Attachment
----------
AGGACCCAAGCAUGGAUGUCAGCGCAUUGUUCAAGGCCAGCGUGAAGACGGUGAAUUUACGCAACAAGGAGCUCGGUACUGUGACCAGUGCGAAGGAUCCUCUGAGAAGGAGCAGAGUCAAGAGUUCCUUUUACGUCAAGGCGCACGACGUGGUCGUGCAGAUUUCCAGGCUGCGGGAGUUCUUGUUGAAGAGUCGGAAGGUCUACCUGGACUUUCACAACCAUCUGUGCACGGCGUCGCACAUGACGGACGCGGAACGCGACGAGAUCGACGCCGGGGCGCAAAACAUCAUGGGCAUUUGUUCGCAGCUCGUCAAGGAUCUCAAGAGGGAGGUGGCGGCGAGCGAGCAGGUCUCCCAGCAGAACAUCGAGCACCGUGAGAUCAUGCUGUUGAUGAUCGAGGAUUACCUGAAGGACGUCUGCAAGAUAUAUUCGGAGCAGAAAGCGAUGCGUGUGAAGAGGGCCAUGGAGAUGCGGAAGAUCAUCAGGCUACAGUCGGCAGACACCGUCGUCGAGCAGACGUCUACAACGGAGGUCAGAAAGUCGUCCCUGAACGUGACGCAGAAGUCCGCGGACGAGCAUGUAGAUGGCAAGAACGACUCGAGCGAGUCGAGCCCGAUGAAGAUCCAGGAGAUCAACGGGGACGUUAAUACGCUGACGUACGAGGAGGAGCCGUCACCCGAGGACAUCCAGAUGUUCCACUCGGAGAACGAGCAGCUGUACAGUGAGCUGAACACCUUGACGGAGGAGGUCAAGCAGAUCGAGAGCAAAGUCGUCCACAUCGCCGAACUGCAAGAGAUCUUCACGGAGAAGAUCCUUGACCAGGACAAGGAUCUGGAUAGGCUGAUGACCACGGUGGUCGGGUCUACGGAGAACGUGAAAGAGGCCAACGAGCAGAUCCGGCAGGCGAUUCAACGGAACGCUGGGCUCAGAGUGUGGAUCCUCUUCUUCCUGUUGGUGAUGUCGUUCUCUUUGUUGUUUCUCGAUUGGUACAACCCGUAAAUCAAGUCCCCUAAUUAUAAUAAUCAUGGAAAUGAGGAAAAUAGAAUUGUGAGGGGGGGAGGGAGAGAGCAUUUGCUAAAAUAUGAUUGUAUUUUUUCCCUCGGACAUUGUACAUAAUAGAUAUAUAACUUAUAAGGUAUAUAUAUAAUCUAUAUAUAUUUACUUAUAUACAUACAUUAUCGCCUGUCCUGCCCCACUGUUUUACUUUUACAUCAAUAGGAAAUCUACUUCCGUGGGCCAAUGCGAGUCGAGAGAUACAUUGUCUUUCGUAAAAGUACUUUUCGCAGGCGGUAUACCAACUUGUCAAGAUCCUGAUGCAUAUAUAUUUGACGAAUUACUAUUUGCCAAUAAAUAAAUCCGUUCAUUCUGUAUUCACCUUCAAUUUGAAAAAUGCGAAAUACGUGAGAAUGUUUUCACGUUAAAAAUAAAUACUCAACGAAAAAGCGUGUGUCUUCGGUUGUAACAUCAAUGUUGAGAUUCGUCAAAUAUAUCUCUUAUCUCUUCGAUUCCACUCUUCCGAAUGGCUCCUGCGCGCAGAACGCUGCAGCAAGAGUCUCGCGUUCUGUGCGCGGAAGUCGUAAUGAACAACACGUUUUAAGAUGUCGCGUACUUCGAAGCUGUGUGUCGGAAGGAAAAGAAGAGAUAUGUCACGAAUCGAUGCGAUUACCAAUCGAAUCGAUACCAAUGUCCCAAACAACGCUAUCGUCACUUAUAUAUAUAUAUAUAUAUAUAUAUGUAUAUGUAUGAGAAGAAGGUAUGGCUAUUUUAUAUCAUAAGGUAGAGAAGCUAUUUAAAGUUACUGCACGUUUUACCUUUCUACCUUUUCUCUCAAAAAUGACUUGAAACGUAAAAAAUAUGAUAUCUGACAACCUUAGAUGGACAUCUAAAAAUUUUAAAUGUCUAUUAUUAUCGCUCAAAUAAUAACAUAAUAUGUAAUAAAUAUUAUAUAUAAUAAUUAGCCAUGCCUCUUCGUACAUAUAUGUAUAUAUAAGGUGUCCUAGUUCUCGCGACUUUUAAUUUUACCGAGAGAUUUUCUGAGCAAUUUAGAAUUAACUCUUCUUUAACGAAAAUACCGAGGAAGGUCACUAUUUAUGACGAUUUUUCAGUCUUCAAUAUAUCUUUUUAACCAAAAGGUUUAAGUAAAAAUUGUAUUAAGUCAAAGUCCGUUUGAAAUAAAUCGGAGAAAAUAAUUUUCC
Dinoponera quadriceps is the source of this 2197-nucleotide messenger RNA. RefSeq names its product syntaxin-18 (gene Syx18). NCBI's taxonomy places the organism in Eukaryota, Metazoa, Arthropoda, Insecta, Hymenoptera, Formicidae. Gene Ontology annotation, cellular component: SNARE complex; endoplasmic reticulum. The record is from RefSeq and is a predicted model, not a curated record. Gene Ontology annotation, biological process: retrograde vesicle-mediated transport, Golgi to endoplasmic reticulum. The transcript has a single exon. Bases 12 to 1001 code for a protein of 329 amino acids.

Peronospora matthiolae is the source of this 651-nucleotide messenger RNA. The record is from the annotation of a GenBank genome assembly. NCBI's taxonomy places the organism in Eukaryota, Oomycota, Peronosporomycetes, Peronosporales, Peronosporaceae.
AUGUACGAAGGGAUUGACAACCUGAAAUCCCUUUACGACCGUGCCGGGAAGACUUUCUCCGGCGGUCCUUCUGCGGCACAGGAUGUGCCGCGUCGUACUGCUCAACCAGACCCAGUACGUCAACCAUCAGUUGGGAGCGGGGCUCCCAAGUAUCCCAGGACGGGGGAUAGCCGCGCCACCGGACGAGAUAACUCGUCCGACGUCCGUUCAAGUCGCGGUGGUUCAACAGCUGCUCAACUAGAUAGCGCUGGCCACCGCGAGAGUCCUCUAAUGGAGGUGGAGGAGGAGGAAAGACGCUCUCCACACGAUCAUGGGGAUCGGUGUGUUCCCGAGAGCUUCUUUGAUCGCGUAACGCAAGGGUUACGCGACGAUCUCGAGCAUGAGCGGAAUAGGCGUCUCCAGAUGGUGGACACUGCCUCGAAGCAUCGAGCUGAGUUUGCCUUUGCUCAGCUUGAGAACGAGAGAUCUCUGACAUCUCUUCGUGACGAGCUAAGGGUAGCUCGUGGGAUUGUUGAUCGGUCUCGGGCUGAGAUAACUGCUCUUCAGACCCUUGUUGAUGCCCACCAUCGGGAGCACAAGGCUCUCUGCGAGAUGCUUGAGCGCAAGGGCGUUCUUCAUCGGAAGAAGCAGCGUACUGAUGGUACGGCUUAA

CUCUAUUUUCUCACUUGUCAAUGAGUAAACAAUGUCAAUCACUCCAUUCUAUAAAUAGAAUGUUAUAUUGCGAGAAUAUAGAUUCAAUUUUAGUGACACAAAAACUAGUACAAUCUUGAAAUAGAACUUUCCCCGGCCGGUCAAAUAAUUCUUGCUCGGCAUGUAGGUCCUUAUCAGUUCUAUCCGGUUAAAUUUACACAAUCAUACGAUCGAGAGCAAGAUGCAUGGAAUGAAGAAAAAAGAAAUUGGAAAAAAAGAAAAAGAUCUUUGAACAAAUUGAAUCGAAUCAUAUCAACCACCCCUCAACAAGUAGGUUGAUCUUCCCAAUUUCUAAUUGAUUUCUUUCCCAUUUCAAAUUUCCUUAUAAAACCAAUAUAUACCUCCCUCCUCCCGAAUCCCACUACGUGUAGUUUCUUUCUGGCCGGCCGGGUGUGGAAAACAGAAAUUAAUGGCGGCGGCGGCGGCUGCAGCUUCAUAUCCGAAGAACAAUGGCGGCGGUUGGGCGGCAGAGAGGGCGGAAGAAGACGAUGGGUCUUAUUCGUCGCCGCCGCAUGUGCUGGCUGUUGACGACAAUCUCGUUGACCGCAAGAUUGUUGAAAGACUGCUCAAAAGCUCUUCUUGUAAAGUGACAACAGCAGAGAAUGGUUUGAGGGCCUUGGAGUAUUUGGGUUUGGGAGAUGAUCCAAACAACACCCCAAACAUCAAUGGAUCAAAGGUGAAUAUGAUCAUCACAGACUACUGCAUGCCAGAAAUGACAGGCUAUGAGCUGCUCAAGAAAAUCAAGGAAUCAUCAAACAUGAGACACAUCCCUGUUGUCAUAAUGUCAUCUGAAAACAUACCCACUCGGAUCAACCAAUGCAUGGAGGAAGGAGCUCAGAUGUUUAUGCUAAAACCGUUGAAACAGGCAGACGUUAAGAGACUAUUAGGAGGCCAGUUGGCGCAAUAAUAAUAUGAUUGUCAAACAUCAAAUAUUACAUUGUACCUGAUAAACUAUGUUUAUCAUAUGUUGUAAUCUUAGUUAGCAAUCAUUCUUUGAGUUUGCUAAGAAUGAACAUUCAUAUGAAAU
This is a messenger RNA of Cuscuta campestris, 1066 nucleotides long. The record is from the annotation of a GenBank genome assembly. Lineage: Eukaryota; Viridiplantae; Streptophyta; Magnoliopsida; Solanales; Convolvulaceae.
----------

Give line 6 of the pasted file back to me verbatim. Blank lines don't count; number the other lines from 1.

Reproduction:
This is a messenger RNA of Cuscuta campestris, 1066 nucleotides long. The record is from the annotation of a GenBank genome assembly. Lineage: Eukaryota; Viridiplantae; Streptophyta; Magnoliopsida; Solanales; Convolvulaceae.